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Quasi-Planar Isotropism with Square TarpKites (Kixels)

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  • dave santos
    It is proposed that megascale kite arrays need not rotate to accept wind from any direction, but can merely tilt away from the wind direction for a suitable
    Message 1 of 1 , Feb 20, 2012
      It is proposed that megascale kite arrays need not rotate to accept wind from any direction, but can merely tilt away from the wind direction for a suitable overall AoA.  If such a megascale array is made up of a rope loadpath latticework with many "tarplike" squares of untailored fabric, then each square can be passively manipulated to present the optimal minimal surface geometry, for best power, and to resist flapping and luff. Squares are of course a standard COTS tarp format, here preferred for a higher rotational symmetry over rectangles. These pixel-like squares of fabric are hereby dubbed "Kixels", as a specific kite method.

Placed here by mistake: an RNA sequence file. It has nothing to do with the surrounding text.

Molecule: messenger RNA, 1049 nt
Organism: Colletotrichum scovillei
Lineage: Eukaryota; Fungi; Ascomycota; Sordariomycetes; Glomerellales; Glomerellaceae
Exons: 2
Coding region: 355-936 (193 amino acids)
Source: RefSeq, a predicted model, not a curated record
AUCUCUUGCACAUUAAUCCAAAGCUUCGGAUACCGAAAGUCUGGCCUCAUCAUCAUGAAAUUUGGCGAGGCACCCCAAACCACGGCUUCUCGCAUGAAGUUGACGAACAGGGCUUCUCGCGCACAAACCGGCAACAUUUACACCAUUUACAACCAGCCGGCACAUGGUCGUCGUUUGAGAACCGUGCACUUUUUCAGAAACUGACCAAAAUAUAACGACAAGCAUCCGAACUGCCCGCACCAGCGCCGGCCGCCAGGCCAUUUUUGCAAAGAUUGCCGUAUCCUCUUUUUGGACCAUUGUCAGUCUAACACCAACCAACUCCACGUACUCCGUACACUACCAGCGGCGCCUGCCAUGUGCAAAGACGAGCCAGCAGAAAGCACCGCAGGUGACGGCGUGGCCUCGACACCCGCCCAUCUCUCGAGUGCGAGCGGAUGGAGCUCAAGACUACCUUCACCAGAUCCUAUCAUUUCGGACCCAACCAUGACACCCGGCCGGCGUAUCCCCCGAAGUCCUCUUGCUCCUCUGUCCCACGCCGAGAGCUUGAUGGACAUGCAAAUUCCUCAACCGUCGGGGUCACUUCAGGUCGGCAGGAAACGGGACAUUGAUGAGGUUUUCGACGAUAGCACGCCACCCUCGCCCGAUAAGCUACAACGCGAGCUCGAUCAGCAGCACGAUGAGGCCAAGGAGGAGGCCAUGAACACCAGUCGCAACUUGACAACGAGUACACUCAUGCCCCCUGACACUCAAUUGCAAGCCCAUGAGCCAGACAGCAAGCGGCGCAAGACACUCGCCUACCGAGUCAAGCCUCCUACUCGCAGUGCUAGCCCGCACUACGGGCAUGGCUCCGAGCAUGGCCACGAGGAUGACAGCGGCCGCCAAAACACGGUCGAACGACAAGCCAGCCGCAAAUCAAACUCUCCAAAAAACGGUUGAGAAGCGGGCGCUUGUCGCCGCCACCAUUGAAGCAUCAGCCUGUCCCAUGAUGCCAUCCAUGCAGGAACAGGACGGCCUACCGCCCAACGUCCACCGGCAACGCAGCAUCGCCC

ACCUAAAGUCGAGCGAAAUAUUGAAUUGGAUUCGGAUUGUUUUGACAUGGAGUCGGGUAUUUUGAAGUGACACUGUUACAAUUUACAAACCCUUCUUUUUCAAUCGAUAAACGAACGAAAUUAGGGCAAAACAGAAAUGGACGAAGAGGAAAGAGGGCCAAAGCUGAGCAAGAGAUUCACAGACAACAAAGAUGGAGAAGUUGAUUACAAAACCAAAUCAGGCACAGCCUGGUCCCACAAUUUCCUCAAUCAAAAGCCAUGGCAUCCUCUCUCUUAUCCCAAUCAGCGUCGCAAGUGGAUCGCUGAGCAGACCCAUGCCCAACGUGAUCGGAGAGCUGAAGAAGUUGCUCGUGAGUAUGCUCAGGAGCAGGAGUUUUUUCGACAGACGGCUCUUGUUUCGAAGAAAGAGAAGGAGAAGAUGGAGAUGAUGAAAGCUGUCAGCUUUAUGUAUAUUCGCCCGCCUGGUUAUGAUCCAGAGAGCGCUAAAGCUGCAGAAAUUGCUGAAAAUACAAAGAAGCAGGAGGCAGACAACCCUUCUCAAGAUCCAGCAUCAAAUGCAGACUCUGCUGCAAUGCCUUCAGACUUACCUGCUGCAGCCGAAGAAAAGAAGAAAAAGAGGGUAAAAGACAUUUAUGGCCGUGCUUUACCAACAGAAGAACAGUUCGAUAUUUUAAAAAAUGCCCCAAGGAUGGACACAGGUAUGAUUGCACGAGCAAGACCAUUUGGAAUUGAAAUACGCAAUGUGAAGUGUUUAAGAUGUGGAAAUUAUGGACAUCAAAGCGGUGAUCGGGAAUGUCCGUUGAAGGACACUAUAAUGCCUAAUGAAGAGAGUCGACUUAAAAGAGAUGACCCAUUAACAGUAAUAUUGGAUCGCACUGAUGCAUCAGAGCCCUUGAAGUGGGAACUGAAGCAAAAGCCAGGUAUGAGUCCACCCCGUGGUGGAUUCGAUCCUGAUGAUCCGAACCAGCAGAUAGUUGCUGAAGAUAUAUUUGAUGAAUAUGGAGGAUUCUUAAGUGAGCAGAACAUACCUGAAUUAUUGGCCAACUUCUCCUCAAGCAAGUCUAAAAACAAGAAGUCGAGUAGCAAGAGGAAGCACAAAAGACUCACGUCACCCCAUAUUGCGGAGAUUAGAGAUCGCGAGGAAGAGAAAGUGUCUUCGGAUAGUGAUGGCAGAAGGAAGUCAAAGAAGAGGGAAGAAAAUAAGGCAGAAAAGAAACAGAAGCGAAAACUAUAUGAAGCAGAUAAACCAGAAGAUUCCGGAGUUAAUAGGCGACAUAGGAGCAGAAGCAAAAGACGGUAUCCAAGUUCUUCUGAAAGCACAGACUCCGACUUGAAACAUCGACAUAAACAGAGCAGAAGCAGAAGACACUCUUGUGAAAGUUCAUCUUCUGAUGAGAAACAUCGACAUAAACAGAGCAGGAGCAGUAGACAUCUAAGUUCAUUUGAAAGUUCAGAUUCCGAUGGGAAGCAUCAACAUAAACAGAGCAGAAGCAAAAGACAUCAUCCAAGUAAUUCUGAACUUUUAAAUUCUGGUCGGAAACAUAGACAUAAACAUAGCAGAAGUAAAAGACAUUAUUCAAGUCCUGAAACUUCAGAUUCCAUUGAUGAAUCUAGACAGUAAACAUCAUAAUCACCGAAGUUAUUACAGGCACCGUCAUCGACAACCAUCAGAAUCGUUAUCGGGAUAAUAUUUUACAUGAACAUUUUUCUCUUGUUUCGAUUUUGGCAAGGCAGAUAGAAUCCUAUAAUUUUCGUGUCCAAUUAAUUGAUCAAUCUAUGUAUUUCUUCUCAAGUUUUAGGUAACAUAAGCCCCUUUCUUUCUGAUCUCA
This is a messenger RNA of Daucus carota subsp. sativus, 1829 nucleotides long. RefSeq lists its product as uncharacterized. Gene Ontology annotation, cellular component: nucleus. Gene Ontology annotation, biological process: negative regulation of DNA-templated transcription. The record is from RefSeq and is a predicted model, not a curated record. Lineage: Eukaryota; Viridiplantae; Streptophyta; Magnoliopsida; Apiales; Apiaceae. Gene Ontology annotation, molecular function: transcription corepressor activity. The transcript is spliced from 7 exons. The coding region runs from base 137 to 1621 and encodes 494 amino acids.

Each Kixel needs to gather its downwind corner or corners so as to pressurize the lower surface. There are two characteristic phases for our square sails. The first was recently demonstrated; the tarp is "square" to the wind, and the two trailing corners curl down. The second characteristic phase is where the square is diagonal (as a diamond) to the wind, and only its single rear corner curls down. Its not hard to see that there are many ways to rig Kixels to passively tune into the right geometry as the entire "metakite" tilts round the compass. Another passive function available is self-furling in high winds, much as a leaf does.
       
      Kixels might be an ultimate basis for filling the sky with cheap kite structure.
       
      coolIP
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